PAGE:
A team of researchers at Abu Dhabi’s Khalifa University have developed a promising new testing kit that can detect coronavirus in 35 minutes.
The portable device, which is slightly larger than a smartphone, is undergoing clinical validation.
So far, the results have proven to be as accurate as a PCR nasal swab test, the method currently used to identify the virus in patients.
The reusable kit can test 16 different samples at one time, the colour of which changes depending on the result.
The process involves a loop-mediated isothermal amplification (Lamp) technique, which is a low-cost method to detect certain diseases.
“Polymerase chain reaction or PCR testing is lengthy and requires bulky equipment,” said said Dr Anas Alazzam, associate professor in mechanical engineering at Khalifa University and primary investigator of the kit.
“It uses a thermal cycling approach to start the RNA replication process, which needs to be converted to DNA and detect the virus.
“Lamp, on the other hand, uses a single temperature approach to get the same results.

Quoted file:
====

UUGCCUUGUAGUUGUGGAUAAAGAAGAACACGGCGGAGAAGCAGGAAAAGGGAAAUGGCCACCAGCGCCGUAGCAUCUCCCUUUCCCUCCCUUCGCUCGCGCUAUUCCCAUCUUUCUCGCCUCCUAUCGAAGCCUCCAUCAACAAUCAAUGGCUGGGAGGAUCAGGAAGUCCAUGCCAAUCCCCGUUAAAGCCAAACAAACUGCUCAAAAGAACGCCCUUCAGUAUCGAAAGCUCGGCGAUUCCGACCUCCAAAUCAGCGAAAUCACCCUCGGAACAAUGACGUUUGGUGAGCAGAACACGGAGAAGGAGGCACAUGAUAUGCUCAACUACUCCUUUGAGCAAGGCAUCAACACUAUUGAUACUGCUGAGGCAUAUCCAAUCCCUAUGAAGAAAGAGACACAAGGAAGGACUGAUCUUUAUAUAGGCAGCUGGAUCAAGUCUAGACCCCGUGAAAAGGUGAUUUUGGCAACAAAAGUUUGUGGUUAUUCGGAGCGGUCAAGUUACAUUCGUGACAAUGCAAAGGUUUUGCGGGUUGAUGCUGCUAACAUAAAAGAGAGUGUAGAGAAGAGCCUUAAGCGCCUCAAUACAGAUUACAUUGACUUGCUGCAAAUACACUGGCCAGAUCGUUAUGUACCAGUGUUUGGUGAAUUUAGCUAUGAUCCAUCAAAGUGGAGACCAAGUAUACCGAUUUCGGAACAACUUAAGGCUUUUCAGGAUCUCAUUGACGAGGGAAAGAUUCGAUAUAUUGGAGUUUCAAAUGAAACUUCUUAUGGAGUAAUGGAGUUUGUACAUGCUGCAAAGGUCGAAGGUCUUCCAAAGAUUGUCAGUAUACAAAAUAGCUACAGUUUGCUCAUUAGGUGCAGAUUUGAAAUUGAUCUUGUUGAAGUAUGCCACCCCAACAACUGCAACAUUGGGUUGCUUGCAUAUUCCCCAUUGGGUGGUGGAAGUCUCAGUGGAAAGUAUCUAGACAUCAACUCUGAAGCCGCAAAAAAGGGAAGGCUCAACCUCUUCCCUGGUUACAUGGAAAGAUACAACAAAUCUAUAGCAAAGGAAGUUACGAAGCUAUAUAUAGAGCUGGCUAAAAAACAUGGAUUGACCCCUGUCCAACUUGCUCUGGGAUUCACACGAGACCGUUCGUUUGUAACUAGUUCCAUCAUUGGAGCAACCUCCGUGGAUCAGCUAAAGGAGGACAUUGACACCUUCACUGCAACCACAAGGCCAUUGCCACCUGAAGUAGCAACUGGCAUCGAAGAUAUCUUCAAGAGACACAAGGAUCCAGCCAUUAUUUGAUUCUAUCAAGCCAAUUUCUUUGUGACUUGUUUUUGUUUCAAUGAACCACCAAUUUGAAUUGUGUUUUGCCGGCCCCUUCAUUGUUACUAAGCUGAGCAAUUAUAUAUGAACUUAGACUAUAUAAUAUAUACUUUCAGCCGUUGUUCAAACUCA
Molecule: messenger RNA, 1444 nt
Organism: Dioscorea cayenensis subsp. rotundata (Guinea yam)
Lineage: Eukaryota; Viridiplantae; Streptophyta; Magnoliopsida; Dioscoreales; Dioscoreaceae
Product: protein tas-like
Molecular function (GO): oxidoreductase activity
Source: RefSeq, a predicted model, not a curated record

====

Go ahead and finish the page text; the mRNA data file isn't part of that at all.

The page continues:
“It can be conducted on a single device and the process is much faster.”
Initially, the kit took 45 minutes to deliver results, including 15 minutes to prepare the sample and 30 minutes to test it.
This month, researchers working on the kit were able to reduce the preparation time to five minutes, bringing down the total time to detect coronavirus to just 35 minutes.
“We use a colorimetric detection method. When the test is complete, an alarm sounds and we see a change of colour in the samples,” said Dr Alazzam.
“Yellow represents a positive case and pink represents a negative case.
“We started working on this device in May and so far we have tested only nasal swabs.
“Starting mid-October we will be doing saliva tests, and hopefully, in the very near future we'll be able to detect coronavirus using saliva samples.”
The hand-held device, which was designed and 3D-printed at Khalifa University, is 25 centimetres long and seven centimetres wide.
The team is currently working to reduce its size further.
“Once the device is clinically validated and we receive approval from the government, we can begin its mass production,” said Dr Alazzam.
“The device could be used at home, in offices as well as for rapid testing of frontline workers.
“We could even use it to screen passengers at the airport or on board a plane.”